Indian Giant SquirrelAn Indian Giant Squirrel spotted frolicking on trees in Kapilash, Dhenkanal

The world famous Bhitarkanika mangroves forests are home to some of the world’s largest crocodiles. The salt water crocodiles are found here in large numbers and the latest estimate puts them at 1,600 odd. However, more than half are juveniles who may not survive when they grow up. Beware of the salties! During nesting they can be quite nasty. The cold season is the best time to sight them. Take a country boat and enter the narrow creeks of Bhitarkanika and you will find these lovable giants lounging on the mud banks basking in the winter sun. We have the record of largest crocodile in the world having lived in Bhitarkanika which was shot by the erstwhile king of Kanika. 

Chilika is Asia’s largest brackish water lake spread across 900 sq kms approximately. Bird watching is an unforgettable experience which no one should miss. Just hire a boat and sail to Nalabana, the bird paradise which will transport you to another world. The only sound reflected over the tranquil waters of the lake is the joyful twitter of waterfowl as they bask in the pale morning sun. You shall be bedazzled by their myriad colours as they dive and feed in the lake waters. Chilika hosts nearly a million migratory waterfowl every year. They belong to nearly 260 species.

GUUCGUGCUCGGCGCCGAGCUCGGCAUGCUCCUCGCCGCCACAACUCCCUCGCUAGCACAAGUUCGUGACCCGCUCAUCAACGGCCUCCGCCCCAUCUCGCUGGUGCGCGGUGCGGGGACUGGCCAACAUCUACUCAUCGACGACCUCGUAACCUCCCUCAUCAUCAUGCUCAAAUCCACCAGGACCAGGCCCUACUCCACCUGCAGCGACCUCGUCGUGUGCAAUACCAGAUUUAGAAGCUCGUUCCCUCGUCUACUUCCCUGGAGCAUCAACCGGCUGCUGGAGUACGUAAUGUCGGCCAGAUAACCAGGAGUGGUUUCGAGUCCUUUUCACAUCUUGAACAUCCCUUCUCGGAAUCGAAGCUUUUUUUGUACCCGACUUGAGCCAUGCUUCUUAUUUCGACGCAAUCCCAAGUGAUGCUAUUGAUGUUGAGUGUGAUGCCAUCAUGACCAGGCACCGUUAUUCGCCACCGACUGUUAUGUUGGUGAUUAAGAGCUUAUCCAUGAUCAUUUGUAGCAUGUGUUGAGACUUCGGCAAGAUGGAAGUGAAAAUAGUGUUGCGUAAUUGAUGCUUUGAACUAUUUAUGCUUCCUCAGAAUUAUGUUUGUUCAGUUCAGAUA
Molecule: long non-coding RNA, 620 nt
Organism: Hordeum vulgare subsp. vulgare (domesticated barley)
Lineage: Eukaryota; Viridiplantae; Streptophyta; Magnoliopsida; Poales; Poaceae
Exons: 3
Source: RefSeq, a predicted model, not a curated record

However, the lake is also world famous for another rare creature, the Irrawady dolphins. This endangered creature with a total estimated population of about 150 is easily sighted in this lake. Irrawady Dolphins are small dolphins found in river mouth and near shore sea waters. These dolphins stay in small family groups and love to gambol in the lake waters. They are quite friendly and sometimes come close to the boats. It is a wonderful sight to see the watchful mother closely guarding her calf and teaching her how to catch the lake fish.  

Irrawady dolphins in ChilikaIrrawady dolphins in Satapada (Photo- Odisha Tourism)

Songkhla Lake in Thailand is the only other place in the world which has a lake population of dolphins. No wonder, many foreign cetacean researchers and lovers are attracted to this lake. However, the rampant growth of dolphin tourism, use of new types of fishing nets, proliferation of shrimp farms is now threatening this population. 

As you travel inland in the forested hills and valleys you will encounter a wide variety of forest animals like elephants, tigers, leopards, sambhar, deer, etc. The state has nearly 1,960 elephants and at least 25 tigers. Unfortunately, tigers are sharply declining in numbers in the state. It is a matter of time before we shall see them disappear as populations fall below unviable numbers!

Satkosia Tiger Reserve used to have about twelve tigers when it was notified in 2007 but now the population has crashed to one. Satkosia has a good elephant population and is part of a bigger forest area stretching from Badamba-Narsinghpur to Rairakhol forests. This huge area of more than 5,000 sq kms enables the wildlife to migrate and spill over thereby providing them a big natural habitat for feeding and breeding.